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CONTEXT Two important areas of medicine, care of the critically ill and management of pulmonary disease, are likely to be influenced by the aging of the US population. OBJECTIVE To estimate current and future requirements for adult critical care and pulmonary medicine physicians in the United States. DESIGN, SETTING, AND PARTICIPANTS Analysis of existing population, patient, and hospital data sets and prospective, nationally representative surveys of intensive care unit (ICU) directors (n = 393) and critical care specialists (intensivists) and pulmonary specialists (pulmonologists) (n = 421), conducted from 1996 to 1999. MAIN OUTCOME MEASURES Influence of patient, physician, regional, hospital, and payer characteristics on current practice patterns; forecasted future supply of and demand for specialist care through 2030. Separate models for critical care and pulmonary disease. Base-case projections with sensitivity analyses to estimate the impact of future changes in training and retirement, disease prevalence and management, and health care reform initiatives. RESULTS In 1997, intensivists provided care to 36.8% of all ICU patients. Care in the ICU was provided more commonly by intensivists in regions with high managed care penetration. The current ratio of supply to demand is forecast to remain in rough equilibrium until 2007. Subsequently, demand will grow rapidly while supply will remain near constant, yielding a shortfall of specialist hours equal to 22% of demand by 2020 and 35% by 2030, primarily because of the aging of the US population. Sensitivity analyses suggest that the spread of current health care reform initiatives will either have no effect or worsen this shortfall. A shortfall of pulmonologist time will also occur before 2007 and increase to 35% by 2020 and 46% by 2030. CONCLUSIONS We forecast that the proportion of care provided by intensivists and pulmonologists in the United States will decrease below current standards in less than 10 years. While current health care reform initiatives and modification of existing practice patterns may temporarily forestall this problem, most anticipated effects are minor in comparison with the growing disease burden created by the aging US population.
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Today there is much debate about why telemedicine has stalled. Teleradiology is the only widespread telemedicine application. Other telemedicine applications appear to be promising candidates for widespread use, but they remain in the early adoption stage. The objective of this debate paper is to achieve a better understanding of the adoption of telemedicine, to assist those trying to move applications from pilot stage to routine delivery. We have investigated the reasons why telemedicine has stalled by focusing on two, high-level topics: 1) the process of adoption of telemedicine in comparison with other technologies; and 2) the factors involved in the widespread adoption of telemedicine. For each topic, we have formulated hypotheses. First, the advantages for users are the crucial determinant of the speed of adoption of technology in healthcare. Second, the adoption of telemedicine is similar to that of other health technologies and follows an S-shaped logistic growth curve. Third, evidence of cost-effectiveness is a necessary but not sufficient condition for the widespread adoption of telemedicine. Fourth, personal incentives for the health professionals involved in service provision are needed before the widespread adoption of telemedicine will occur. The widespread adoption of telemedicine is a major -- and still underdeveloped -- challenge that needs to be strengthened through new research directions. We have formulated four hypotheses, which are all susceptible to experimental verification. In particular, we believe that data about the adoption of telemedicine should be collected from applications implemented on a large-scale, to test the assumption that the adoption of telemedicine follows an S-shaped growth curve. This will lead to a better understanding of the process, which will in turn accelerate the adoption of new telemedicine applications in future. Research is also required to identify suitable financial and professional incentives for potential telemedicine users and understand their importance for widespread adoption.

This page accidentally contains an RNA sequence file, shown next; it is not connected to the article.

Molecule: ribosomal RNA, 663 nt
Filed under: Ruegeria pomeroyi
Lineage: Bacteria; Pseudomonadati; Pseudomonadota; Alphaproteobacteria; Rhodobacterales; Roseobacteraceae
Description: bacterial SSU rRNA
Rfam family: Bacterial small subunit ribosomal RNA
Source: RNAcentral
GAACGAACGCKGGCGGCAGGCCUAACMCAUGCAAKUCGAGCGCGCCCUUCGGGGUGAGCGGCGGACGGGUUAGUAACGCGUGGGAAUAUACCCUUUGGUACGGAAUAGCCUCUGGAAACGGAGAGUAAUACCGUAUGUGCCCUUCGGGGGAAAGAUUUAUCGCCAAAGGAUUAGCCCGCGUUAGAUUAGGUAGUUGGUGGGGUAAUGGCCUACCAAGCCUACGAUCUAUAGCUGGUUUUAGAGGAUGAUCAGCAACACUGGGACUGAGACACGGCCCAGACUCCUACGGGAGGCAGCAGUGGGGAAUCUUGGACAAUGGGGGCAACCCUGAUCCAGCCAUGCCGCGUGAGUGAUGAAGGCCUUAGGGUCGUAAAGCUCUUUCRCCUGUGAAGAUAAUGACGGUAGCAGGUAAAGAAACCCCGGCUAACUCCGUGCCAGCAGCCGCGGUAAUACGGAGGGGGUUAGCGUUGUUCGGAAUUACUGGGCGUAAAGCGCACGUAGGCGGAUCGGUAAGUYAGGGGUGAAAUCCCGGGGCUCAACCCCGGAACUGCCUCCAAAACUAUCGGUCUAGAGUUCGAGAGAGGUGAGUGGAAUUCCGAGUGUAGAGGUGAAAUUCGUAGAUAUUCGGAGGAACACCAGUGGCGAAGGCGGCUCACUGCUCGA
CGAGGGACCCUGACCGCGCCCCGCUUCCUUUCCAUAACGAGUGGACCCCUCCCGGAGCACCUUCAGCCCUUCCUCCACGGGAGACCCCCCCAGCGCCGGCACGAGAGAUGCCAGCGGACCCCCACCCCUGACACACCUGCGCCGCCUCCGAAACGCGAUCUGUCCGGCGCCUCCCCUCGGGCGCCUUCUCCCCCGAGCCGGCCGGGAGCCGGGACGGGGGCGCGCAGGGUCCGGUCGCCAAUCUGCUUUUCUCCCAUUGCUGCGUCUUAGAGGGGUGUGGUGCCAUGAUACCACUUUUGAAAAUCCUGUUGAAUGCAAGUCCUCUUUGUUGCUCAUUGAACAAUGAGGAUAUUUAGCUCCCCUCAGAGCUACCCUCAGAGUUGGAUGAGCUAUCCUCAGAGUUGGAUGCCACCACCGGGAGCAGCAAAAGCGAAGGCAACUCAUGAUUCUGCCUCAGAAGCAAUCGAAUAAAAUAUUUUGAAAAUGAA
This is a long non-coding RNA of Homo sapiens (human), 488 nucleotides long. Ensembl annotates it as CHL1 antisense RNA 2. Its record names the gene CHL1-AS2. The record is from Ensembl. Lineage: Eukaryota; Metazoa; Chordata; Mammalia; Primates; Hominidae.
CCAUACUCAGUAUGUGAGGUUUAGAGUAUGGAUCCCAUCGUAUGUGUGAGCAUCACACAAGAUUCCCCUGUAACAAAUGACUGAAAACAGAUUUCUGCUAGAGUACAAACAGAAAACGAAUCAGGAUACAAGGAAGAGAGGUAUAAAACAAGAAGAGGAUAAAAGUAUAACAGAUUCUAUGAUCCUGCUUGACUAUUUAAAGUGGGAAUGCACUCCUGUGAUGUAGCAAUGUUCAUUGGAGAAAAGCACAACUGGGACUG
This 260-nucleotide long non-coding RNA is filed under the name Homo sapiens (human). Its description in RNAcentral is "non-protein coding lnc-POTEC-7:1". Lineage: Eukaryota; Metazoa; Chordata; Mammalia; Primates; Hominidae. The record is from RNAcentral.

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The health of the Inuit has undergone substantial changes over the past five centuries, as a result of social, cultural, and economic changes brought about by interactions with Europeans. This process was accelerated considerably in the second half of the twentieth century. The incidence of infectious diseases has declined considerably but is still high compared with Western societies. Chronic diseases such as diabetes and cardiovascular disease are on the increase, while accidents, suicides, violence, and substance abuse are of major importance for the pattern of ill health in most Inuit communities. Lifestyle changes, social change, and changes in society and the environment are major determinants of health among the Inuit.